Furthermore, in the statistics of Jia Coco Liu’s academic article, “Particulate Air Pollution from Wildfires in the Western US Under Climate Change,” the Fire Smoke Risk Index (FSRI) is increasing about 75 over 561 counties in the U.S. (see Fig 2), and some counties might encounter the air pollution from the wildfire at least once.

It is statistically significant that the frequency of smoke is going to “increase from an average across counties of 0.98 smoke waves/year (range 0–4.00/year) in the present day to 1.53/year (0–4.83/year) under climate change in the 2050s” (Liu).

 

For now, there is no obvious frequent wildfire along the west coast in the U.S., but Liu uses the statistical prediction of her research to prove that the increase of wildfires and air pollution in California is inevitable in the future. The Index of the Fire Smoke Risk presents how the climate has changed nowadays. According to her research, the frequency of smoke from wildfires will reach a higher level, which means, most lands on the ground are likely having more wildfires in the later years. 

Moreover, a few decades ago, the U.S. government started to arrange a part of the prisoners to do the firefighting job.

This action is not just for these prisoners’ compensation, but also for practicing their duty and benefitting the world. With the wage of only two dollars and one dollar extra for firefighting per day, these prisoners dedicate themselves to this dangerous work and become many real firefighters. Moreover, a prisoner named Daniel Erickson describes his working condition: he is in an over 100-degree temperature with his colleagues together to protect communities (Singh).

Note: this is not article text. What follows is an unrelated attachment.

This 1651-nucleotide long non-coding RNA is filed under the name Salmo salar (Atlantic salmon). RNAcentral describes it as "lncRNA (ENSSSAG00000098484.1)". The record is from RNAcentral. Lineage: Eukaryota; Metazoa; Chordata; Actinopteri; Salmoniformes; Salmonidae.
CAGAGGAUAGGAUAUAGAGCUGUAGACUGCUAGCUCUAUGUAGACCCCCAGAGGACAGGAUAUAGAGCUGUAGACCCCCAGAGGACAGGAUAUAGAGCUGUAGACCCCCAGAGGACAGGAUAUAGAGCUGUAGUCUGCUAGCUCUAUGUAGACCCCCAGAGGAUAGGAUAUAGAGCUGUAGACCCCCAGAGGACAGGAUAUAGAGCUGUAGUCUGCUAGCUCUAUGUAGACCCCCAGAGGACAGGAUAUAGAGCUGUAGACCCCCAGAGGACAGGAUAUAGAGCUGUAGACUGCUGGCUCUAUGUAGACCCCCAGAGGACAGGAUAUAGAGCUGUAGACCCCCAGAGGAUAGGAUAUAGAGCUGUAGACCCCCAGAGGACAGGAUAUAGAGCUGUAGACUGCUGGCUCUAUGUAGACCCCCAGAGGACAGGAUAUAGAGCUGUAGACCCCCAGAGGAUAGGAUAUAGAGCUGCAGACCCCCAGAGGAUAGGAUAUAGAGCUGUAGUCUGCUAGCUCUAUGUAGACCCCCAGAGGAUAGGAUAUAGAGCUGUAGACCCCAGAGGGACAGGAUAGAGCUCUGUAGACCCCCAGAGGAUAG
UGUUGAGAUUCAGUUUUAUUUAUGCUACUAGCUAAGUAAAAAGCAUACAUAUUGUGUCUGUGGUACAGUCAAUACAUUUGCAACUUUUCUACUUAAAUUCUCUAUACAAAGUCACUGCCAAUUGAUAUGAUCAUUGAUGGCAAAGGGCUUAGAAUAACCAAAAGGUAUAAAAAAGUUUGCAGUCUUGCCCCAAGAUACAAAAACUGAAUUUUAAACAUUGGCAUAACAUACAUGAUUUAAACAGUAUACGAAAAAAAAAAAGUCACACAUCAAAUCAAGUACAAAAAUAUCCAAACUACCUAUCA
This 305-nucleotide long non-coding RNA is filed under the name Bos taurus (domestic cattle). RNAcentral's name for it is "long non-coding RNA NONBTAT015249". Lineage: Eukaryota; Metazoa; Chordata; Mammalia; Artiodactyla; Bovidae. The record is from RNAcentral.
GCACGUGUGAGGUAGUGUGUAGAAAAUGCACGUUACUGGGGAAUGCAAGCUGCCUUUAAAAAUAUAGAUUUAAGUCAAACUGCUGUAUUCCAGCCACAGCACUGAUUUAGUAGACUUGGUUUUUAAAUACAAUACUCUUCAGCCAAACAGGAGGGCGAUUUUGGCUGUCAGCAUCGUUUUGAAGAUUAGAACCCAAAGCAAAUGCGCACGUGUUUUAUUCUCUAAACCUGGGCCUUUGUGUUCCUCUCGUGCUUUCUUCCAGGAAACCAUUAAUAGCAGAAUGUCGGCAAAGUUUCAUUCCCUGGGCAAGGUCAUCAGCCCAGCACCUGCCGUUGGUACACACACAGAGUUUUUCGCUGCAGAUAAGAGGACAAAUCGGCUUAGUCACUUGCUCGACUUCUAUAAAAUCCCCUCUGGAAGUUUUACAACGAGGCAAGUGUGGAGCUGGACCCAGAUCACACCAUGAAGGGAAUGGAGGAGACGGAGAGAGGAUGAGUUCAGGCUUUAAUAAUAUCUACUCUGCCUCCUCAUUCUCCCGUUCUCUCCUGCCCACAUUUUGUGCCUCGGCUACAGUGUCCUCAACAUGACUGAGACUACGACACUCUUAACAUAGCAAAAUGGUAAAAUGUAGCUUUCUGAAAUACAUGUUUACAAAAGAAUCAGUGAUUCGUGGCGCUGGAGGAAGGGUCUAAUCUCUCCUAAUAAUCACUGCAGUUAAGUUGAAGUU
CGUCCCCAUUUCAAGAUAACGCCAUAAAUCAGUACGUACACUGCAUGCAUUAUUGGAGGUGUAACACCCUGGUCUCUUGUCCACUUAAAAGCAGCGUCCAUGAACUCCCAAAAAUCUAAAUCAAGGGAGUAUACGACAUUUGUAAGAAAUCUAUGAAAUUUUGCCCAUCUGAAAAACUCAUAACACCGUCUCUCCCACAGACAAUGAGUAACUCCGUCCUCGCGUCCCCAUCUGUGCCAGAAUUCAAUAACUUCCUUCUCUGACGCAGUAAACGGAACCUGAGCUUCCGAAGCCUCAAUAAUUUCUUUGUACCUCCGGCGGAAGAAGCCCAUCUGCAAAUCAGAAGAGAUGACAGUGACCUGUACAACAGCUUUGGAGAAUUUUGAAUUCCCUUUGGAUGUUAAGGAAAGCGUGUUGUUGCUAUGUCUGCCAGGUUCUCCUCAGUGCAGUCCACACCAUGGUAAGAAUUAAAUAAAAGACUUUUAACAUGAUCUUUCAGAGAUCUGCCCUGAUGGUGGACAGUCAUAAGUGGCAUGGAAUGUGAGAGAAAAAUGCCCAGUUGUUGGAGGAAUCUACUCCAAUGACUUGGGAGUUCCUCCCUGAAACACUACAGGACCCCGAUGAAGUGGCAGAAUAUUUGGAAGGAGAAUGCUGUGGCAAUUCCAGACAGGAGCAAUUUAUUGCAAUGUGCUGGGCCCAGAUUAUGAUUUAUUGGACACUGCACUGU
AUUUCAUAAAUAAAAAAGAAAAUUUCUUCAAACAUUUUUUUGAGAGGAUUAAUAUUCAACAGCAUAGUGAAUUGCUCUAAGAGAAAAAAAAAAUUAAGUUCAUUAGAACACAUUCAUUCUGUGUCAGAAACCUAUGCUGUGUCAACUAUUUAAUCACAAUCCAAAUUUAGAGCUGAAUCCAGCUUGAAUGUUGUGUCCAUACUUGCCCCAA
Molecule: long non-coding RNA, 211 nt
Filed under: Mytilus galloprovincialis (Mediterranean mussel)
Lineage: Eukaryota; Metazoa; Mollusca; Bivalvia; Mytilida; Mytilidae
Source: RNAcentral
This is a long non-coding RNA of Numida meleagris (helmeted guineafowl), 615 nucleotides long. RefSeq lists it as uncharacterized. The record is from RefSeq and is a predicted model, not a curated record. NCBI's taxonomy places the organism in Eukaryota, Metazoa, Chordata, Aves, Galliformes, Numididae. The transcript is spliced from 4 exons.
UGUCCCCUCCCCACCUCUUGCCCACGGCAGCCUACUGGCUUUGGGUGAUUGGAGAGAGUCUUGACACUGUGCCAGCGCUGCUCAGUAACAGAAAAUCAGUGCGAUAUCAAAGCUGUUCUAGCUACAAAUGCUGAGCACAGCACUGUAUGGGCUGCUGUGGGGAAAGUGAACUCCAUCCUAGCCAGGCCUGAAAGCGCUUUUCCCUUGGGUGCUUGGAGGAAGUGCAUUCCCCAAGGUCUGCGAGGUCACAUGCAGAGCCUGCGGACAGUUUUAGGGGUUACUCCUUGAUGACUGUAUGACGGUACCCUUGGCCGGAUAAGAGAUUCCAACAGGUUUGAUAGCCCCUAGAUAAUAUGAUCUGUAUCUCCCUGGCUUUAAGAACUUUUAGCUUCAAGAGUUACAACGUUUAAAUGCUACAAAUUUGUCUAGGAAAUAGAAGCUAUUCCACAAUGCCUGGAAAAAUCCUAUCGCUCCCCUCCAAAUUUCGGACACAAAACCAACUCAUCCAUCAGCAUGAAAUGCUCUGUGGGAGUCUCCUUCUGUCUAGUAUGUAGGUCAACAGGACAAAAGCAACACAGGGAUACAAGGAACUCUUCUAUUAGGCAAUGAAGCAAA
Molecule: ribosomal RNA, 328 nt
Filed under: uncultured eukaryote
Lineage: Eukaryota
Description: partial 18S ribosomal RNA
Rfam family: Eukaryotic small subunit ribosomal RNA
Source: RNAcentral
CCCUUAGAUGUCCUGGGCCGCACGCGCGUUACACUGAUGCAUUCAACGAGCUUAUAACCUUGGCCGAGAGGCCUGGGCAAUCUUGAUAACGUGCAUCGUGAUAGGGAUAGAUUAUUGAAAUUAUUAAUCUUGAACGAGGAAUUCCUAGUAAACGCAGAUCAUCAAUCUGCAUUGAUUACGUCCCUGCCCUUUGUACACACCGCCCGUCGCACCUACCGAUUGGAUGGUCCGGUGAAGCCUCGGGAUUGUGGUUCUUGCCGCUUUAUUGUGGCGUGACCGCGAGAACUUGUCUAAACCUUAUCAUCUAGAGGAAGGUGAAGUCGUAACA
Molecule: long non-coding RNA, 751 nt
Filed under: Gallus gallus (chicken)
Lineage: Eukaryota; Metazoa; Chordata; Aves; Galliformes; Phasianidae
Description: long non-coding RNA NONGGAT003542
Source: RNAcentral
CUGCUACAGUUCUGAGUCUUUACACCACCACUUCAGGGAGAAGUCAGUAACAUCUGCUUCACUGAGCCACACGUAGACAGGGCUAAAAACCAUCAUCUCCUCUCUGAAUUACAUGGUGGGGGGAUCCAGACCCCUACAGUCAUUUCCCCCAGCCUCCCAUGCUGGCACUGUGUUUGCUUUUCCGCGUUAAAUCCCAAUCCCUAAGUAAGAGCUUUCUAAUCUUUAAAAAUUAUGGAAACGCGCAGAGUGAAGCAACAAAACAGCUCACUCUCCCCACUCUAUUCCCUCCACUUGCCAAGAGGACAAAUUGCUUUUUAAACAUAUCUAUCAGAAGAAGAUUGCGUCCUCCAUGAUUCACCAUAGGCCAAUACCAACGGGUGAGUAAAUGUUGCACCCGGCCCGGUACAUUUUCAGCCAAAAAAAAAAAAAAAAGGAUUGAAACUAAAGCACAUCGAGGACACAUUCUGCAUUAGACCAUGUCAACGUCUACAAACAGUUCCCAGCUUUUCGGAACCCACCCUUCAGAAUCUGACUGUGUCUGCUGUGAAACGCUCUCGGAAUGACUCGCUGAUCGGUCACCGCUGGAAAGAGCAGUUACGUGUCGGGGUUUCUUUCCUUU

Such an extremely hot and low-salary job, almost no one wants to be a firefighter. As a result, these prisoners fill out the empty space of firefighting. Besides the high temperature, the poison from the fire hurts their bodies when they extinguish the flames. A large amount of air poison surrounds them, and they have to encounter many problems with their health. 

In conclusion, if the air pollution improves, then people’s health gets better as well. Facing reality, the records of wildfires are only increasing, and it is hard to control all the wildfires and air pollution. Lastly, there is no way to stop the California wildfires going on, but the only thing we can do is to understand how these wildfires get increased.

How do the California wildfires affect the environment? Written by Rita Nie

Back To News

Ali, Mustafa Santiago, and Dharna Noor. “California Sees Deadliest Wildfire in History.” The Real News Network, 14 Sept. 2018,therealnews.com/stories/california-sees-deadliest-wildfire-in-history. 

Barboza, Tony. “L.A.’S BAD AIR DAYS; Ozone Readings Violated Standards for nearly Three Months Straight, the Longest Span in 20 Years.” Los Angeles Times, Sep 22, 2018. ProQuest, https://search.proquest.com/docview/2110424158?accountid=14509. 

“Department of Health.” Fine Particles (PM 2.5) Questions and Answers, Feb. 2018, www.health.ny.gov/environmental/indoors/air/pmq_a.htm. 

Liu, Jia C., et al. “Particulate Air Pollution from Wildfires in the Western US Under Climate Change.” Climatic Change, vol. 138, no. 3-4, 2016, pp. 655-666. ProQuest, https://search.proquest.com/docview/1819070484?accountid=14509,doi:http://dx.doi.org/10.1007/s10584-016-1762-6Links to an external site. Reyes-Velarde, Alejandra. “CITY & STATE; Blaze Dirties Air Over Bay Area; Health Officials Warn Residents to Avoid Exposure to Smoke from Kincade Fire.” Los Angeles Times, Oct 26, 2019. ProQuest,https://search.proquest.com/docview/2308748777?accountid=14509.

Singh, Lakshmi. “Serving Time And Fighting California Wildfires.” NPR, NPR, 18 Nov. 2018, www.npr.org/2018/11/18/669088658/serving-time-and-fighting-california-wildfires-fo r-2-a-day. 

Lastly, Watts, Anthony. California’s Wildfire History – in One Map. Newstex, 27 Jan. 2019,http://search.proquest.com/docview/2253349249/. 

Lastly, lastly Zentner, Emily, and Chris Hagan. “A History Of California Wildfires.” Capradio.org, 2018, projects.capradio.org/california-fire-history/#5.33/38.768/-121.262.